All posts by Adam Reifsteck

Liner Notes

Liner Notes by Mark C (NYC 9.11.22)

In 1979, I was making the underground punk scene In San Francisco.  I saw the Dead Kennedy’s, Negative Trend, the Dills, Flipper and – from LA – The Germs, the Bags and the Screamers.

I also caught some early British bands like the Fall, Gang of Four, Public Image, and the Clash. As I was digesting the evolution of punk into post-punk, out of nowhere comes Eno’s ground- breaking compilation of New York’s premiere No Wave artists, No New York. I was stunned by this conceptual re-invention of the punk aesthetic.

I made a quick visit to the Big Apple and caught one of the best club-shows I have ever seen: Suicide and Teenage Jesus and The Jerks at Max’s Kansas City.  Within a few months my band had packed up our belongings and headed to the Lower East Side of Manhattan.

A couple of years later Live Skull reared its swollen head. And though I had previously, played in a No Wave influenced band called Body, Live Skull’s dark racket leaned more on the drama and cinematic atmosphere of post-punk. Like No Wave bands we played short, highly charged sets geared to provoke the audience; but we explored noise mainly as a harmonic element to contrast and toughen our melodic and rhythmic content.

Recently I had begun to feel, at least as far as official recordings, I had maybe missed my chance to dig deeper into the noisy abstraction central to No Wave, while it was still fresh in my mind. Then – right on cue – SoSaLa, who lived at that time still in Tokyo, Japan, and calling himself Sadato, appears with tracks from an improvised recording session from 1993 that I and another Live Skull-er, James Lo, had participated in.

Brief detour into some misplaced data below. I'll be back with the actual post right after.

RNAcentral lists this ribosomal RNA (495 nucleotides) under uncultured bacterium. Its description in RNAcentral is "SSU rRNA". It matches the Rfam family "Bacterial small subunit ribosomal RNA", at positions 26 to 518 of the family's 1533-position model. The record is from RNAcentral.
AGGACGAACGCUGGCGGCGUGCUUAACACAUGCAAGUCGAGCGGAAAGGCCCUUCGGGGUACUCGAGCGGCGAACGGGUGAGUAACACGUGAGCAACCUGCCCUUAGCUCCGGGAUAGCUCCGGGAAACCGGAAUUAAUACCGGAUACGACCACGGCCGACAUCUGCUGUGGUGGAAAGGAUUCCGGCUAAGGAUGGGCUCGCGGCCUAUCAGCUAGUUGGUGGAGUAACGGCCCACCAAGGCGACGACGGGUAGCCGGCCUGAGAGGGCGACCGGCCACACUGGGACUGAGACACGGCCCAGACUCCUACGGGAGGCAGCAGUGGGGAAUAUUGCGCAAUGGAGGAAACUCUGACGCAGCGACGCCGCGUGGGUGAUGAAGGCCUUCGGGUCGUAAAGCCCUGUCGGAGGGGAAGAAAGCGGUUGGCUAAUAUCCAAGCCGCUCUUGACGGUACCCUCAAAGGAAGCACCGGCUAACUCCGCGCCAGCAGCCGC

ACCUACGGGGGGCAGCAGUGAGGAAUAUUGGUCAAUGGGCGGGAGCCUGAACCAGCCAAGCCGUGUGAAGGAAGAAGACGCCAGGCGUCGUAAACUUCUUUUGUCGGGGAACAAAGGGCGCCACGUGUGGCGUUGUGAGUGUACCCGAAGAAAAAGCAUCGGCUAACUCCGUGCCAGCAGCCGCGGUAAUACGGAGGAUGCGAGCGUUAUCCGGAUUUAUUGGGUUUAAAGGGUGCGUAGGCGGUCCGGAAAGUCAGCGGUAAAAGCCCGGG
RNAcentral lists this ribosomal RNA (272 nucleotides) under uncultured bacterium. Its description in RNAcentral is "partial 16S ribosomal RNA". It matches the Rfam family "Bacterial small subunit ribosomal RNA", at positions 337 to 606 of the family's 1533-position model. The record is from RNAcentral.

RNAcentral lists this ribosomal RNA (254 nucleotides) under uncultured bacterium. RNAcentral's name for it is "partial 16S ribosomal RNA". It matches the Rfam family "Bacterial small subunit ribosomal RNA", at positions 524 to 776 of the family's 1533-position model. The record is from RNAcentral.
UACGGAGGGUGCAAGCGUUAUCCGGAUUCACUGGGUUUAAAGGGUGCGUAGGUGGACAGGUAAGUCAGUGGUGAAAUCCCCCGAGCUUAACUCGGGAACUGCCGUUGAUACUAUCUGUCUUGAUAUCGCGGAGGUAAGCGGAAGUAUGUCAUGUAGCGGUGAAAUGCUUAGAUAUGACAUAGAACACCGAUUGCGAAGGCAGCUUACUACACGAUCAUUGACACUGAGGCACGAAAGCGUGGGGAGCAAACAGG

Along with SoSaLa (on soprano sax, vocals, organ and flute) the intriguing line up included myself (on electric guitar / Live Skull / o13 / Spoiler / Int’l Shades / Body), James Lo (on drums / Live Skull / Chavez / Slash Orchestra), Peter Gordon (on tenor sax and Jews harp / Love of Life Orchestra), David Motamed (on electric bass / Das Daman, Cell, The Royal Arctic Institute), Toshimaru Nakamura (on guitar / SADATO / DATAI 99), who joined Sadato from Tokyo. To top it off the sessions were recorded and mixed by my good friend Martin Bisi at BC Studio in Brooklyn – where Live Skull had worked extensively in the 1980’s.

Hearing the eight tracks for the first time since ’93, knocked me out! I was struck by how much the core sound is indebted to the abstract and chaotic aggression of No Wave – albeit re-interpreted fifteen or so years after the birth of the original movement. I was excited by how energized and focused the improvised playing is; that No Wave is the common thread we each, individually latched onto, as a meeting ground for our diverse musical tastes and backgrounds.  As ringmaster, SoSaLa’s minimal but inventive directions got us going, but the color, texture and the mood of the riffs came from some dark corner in each of our psyches’ where we had stored away the big lessons of No Wave.

Unfortunately, due to his busy life in Tokyo SoSaLa wasn’t able to continue this music project until now, by arranging the release of the CD.

Sit back and… hmmm, no – get up and stomp around to these free form noise romps, as we endeavor to spark up the post No Wave demons in 1993.